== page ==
Q/A: Global Differences in $1 Billion-Plus Single Family Offices

Q/A: Global Differences in $1 Billion-Plus Single Family Offices

A Q&A with Richard C. Wilson CEO/Founder, Billionaire Family Office

Overview

Q: How are single family offices operating in Asia and Latin America compared with Europe and the United States?

Q: Do Asian and Latin American family of ces need to formalize and become more like their U.S. counterparts?

Q: How do you see single family offices developing in BRIC countries, and how does activity there re ect the growth of wealth globally?

Q: When single family offices are operating on a large scale, in a country known for corruption, how do families operate while staying under the radar?

Q: What is the number-one frustration that you hear about while working with families that have more than $1 billion in wealth to manage?

Q: How do families get access to direct investments while still remaining secretive, and can that even be accomplished without hiring an investment banker or third party of any type?

Q: How can families take a more sophisticated approach to direct investing so it is not done haphazardly? What is the best model you have seen?

Q: So much of investing is team evaluation—you had mentioned before a model your team uses for character analysis—can you share a few comments on that?

Q: What is the most counter-intuitive lesson you have learned from working on mandates for the largest families?

Family Office Association: How are single family of ces operating in Asia and Latin America compared with Europe and the United States?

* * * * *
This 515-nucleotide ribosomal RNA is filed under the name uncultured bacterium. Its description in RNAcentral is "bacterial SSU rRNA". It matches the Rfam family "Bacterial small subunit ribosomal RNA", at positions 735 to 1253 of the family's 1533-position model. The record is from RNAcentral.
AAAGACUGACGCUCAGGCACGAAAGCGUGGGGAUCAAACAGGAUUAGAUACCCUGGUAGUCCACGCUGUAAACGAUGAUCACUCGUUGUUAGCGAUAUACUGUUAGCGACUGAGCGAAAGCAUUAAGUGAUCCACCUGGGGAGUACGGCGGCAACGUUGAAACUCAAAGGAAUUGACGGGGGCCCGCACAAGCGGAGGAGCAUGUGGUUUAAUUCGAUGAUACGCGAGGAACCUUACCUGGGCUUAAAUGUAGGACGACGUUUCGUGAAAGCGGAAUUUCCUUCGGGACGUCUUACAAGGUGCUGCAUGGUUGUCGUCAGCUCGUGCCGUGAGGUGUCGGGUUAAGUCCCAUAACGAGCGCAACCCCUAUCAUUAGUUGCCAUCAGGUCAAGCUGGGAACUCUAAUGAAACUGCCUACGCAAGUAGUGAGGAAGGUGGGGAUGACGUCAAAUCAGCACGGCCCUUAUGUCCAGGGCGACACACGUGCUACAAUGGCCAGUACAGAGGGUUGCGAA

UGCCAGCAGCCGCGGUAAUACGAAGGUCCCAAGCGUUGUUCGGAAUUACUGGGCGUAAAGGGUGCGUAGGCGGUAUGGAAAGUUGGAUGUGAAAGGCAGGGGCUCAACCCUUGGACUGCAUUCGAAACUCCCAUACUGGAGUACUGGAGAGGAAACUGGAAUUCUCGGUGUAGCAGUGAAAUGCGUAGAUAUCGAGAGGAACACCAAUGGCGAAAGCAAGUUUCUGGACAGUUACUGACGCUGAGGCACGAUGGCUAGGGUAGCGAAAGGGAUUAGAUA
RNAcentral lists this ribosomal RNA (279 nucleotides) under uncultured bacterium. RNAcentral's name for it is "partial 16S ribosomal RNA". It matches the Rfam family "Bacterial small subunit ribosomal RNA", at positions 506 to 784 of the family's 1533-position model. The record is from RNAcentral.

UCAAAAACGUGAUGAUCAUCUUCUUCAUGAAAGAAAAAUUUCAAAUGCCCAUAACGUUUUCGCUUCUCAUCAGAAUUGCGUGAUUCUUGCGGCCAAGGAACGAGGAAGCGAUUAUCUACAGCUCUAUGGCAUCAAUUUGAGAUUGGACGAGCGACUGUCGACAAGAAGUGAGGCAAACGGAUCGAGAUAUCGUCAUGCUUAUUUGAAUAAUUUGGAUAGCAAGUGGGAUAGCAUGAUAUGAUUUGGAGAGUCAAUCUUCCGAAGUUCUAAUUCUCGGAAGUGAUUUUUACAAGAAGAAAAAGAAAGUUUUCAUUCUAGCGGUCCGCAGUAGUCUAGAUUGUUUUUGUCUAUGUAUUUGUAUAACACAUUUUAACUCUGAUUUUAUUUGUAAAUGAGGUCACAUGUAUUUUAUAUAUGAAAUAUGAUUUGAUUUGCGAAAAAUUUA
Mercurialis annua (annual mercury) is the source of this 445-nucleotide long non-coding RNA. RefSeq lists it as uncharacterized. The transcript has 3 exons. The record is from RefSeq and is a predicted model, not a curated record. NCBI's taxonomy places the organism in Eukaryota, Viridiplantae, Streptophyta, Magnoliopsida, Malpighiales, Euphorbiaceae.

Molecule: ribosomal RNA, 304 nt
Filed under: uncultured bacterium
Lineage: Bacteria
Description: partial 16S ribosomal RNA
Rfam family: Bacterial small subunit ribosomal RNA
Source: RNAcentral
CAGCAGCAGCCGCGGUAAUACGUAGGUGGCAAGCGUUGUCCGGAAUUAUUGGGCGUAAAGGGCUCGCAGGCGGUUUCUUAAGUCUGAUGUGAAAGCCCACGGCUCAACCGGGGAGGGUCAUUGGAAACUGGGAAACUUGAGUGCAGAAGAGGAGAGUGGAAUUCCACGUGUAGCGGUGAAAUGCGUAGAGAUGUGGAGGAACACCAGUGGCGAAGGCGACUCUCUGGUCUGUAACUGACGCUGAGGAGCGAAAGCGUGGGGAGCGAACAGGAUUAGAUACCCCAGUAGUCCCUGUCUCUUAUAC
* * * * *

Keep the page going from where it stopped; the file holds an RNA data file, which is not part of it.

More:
RCW: Many of the $1 billion-plus single family offices in Asia and Latin America are much more focused on operating businesses, commercial real estate, and hard assets than their U.S. and European counterparts are. For instance, the last time I met with a room full of private bankers, wealth managers, and multi-family offices types in Moscow, not a single one had a “westernized” diversi cation model in their investment portfolio that included hedge funds, private equity, public markets, commodities/hard assets, bond investments,

etc. They were all invested almost exclusively in commercial real estate and operating businesses. So while some Asian families may have one or two components of a diversi ed portfolio, none of them have all of those assets: bond investments, private equity, hedge funds, equity markets, hard assets, etc.

In both Asia and Eastern Europe, secrecy is valued as much as—if not more than—investment returns. These wealthy individuals fear being hit with additional regulation, investigations or corruption in one form or another if anyone were to know their true net worth.

Many of the larger family offices in the East, with the exception of the most formalized in Singapore, Hong Kong, Tokyo and Australia, are managed by family members or close friends and con dants of the family. As a family’s wealth increases, its need to employ professionals underneath family members to help run operations and manage partnerships increases, but in every one of my relationships with $1 billion+ families, there is at least one family member serving in a top position, typically as CEO or CIO. This is at odds with family offices of the West, which are typically managed by investment professionals. The biggest factors driving this divergence are secrecy concerns and loyalty.

In Latin America, I have found a middle ground: strong business ties to the U.S. and a robust westernized banking center have led to well over 500 hedge funds and private equity funds operating in Sao Paulo alone. Furthermore, the concept of allocating to investment fund managers is becoming much more widely accepted in Latin America. Many of the most af uent families in Latin America have diversi ed their wealth through investment fund managers, but not to the degree of the average U.S. single family offices.

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